One month ago, on the first day of July, 2016, my life blew apart. One moment I was the pastor of a beautiful group of people; people who I had the pleasure of pouring my life into, people who trusted me, people who turned into teams that had become family, family that I thought I would be with until I became too old to serve. One moment I was the chief cheer leader, pointing the way and the next moment, charges had been leveled against my husband and at once, everything shattered.
Our church had endured so much already. We had gone through financial hell since the 2008 recession, then suffered an embezzlement by a trusted accountant, and now this? This was just too much.
The leader of our organization looked at me and said, "This has nothing to do with you, but you are not allowed to go on campus, you cannot talk to anyone. Until an investigation has been completed, you must stay away."
It was a Friday. The end of the business day, the end of my world.
All I could think about were my plans for a patriotic celebration on Sunday. How strange, the things your mind attaches itself to in times of sudden trauma. How silly. How insignificant. Plans and people had to be abandoned. "No contact".
I was left with so many questions. How would the people respond? What would they think of my abandonment? Will the accuser be given a voice, but not the accused? Did my leadership even count for anything? Has it all been a waste? Why? Why do I have to be relegated to collateral damage?
By the time we stepped out of the meeting and into the parking lot, cracks in my facade had appeared, and tears were flowing. All I wanted was to protect our beloved friends from more pain. "We resign!", we said, "Let us simply slip away and spare them the pain."
But it was not to be.
The past 45 days have been a blur. Admittedly, the thoughts come along with the sobs, in fits and spurts. As messy as the process may be, I feel urged to at least try to record my journey.
I learned many years ago a lesson taken from the journey of Lewis and Clark. Every supply they brought with them on their trek across the country was carefully and painstakingly recorded and protected. They took an inordinate amount of ink. INK! Why bother? What was the point?
It comes down to one monumental mantra, "It's not enough to take the journey; you must be willing to mark the trail!"
I know people are coming up behind me. Through good times and bad, am I willing to mark the trail? This is my attempt. It may be ugly, it may be strewn with broken promises, shattered dreams, blood and guts, but I pray God will use my journey to help someone else. After all, I'm not the first to experience the pain of betrayal or abandonment or just plain misunderstanding, and unfortunately, I won't be the last. The truth is, we all go through difficult, unexpected hardships in life.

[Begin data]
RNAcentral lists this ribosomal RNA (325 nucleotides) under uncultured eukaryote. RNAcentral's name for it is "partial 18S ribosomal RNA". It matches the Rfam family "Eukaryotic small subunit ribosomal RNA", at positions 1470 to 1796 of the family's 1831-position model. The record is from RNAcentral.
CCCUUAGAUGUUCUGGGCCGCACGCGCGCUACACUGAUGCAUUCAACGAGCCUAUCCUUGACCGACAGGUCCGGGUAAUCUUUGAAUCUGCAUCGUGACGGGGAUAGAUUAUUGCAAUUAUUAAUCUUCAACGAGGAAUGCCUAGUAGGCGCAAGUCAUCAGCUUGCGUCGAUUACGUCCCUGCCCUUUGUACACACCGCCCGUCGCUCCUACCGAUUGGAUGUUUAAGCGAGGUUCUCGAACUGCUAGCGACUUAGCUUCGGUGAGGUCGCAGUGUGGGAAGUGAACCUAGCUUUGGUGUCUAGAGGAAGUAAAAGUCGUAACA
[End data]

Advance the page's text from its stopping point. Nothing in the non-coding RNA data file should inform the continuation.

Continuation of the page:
Matthew 5:45 says it in a rather in-your-face style, “You’re familiar with the old written law, ‘Love your friend,’ and its unwritten companion, ‘Hate your enemy.’ I’m challenging that. I’m telling you to love your enemies. Let them bring out the best in you, not the worst. When someone gives you a hard time, respond with the energies of prayer, for then you are working out of your true selves, your God-created selves. This is what God does. He gives his best—the sun to warm and the rain to nourish—to everyone, regardless: the good and bad, the nice and nasty. If all you do is love the lovable, do you expect a bonus? Anybody can do that. If you simply say hello to those who greet you, do you expect a medal? Any run-of-the-mill sinner does that." (MSG)
A situation such as mine will test your love, that's for sure. Those dear ones I always thought would be by my side, aren't. Some I hardly even knew have proven themselves to be faithful friends. To "respond with the energies of prayer" is something I am working on.
My lessons so far?
*Be slow to judge - desperate people do desperate things.
*Guard your heart - everything in life flows from that place.
*When chaos abounds - do what you know you heard from God last.
The compass may be shattered, but God remains constant. As I shake the broken glass from the instrument in my hand, I see that He is still faithfully pointing the way. I welcome you to follow my journey.
"Whether you turn to the right or to the left, your ears will hear a
voice behind you, saying, "This is the way: walk in it." Isaiah 30:21 (NIV)